Study shows that marijuana harms pregnancy in the first trimester
A new study has shown that marijuana can have serious health impacts on pregnancy within the first trimester.
The study has found that the use of any form of cannabis product during the first 12 weeks can have a significant health impact on fetal development.
The research was carried out at the College of Medicine at Central Michigan University in Mount Pleasant in the US and looked at the weight of children born following mothers using cannabis in the first trimester – often times they may not have known they are expecting.
“That’s why these findings are especially important — people can often be well into the first trimester and don’t even know they are pregnant,” said lead author Beth Bailey, professor of psychology and director of population health research, according to CNN.
“Our study drills down to look very specifically at a specific time point in pregnancy — the first trimester. We found a significant decrease in birth weight of 154 grams. In terms of pounds, it’s about a third of a pound,” she said.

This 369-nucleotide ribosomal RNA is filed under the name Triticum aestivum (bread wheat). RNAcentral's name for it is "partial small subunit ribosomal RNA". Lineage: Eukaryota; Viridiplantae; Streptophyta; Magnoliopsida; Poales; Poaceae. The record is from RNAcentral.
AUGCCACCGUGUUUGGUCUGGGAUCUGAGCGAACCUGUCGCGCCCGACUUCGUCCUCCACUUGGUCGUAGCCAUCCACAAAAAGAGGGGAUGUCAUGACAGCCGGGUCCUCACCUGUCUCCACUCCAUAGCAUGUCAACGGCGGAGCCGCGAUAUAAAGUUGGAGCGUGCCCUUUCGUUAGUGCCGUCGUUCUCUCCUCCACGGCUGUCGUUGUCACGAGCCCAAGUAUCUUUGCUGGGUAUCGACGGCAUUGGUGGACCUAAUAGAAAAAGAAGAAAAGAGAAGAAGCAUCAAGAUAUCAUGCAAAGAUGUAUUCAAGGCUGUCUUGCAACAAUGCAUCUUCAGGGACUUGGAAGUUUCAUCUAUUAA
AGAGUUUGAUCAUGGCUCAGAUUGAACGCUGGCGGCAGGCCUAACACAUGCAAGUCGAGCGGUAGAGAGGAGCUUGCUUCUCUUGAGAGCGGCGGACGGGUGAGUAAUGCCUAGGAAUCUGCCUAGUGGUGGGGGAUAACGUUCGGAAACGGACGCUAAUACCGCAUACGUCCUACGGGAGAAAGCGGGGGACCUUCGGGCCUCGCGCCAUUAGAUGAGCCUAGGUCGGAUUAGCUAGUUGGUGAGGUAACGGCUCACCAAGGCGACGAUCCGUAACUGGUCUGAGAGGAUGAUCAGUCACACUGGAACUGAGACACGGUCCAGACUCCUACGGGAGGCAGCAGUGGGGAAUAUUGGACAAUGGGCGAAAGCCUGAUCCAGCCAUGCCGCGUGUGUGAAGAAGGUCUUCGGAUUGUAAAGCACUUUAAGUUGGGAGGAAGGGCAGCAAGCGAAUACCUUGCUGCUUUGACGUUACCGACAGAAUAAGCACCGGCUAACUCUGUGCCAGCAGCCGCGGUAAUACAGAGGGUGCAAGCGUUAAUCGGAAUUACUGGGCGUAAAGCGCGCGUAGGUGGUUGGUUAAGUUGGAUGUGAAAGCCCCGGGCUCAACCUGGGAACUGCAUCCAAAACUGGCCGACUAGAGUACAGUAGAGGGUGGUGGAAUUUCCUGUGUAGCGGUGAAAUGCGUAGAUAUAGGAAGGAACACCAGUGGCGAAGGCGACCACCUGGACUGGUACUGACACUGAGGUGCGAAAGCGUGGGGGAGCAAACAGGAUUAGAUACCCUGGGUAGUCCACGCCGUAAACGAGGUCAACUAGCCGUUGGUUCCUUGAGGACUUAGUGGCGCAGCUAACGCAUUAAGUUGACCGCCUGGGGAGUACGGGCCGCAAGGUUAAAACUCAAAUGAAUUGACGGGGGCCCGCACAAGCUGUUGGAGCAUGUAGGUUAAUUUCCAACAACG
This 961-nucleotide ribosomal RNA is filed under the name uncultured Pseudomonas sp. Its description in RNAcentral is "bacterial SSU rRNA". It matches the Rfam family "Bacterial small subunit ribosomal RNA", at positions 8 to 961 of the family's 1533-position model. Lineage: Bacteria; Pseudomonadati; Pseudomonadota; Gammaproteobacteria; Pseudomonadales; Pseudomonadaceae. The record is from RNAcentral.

She added that while one third of a pound may not seem like much, it is these decreases in weight that are linked to other health problems.
“Low birth weight is one of the strongest predictors of a child’s health and development long-term,” she said. “These kids are more prone to developmental delays, higher rates of ADHD (attention deficit hyperactivity disorder), learning disabilities, and have higher rates of emotional problems.”
If the use of marijuana during pregnancy were to continue into the second and third trimesters, the study found that birth weight dropped by another 31 grams.
It also found that the head circumference of the newborn was reduced if marijuana was used during pregnancy, which is a sign that the brain hasn't developed properly.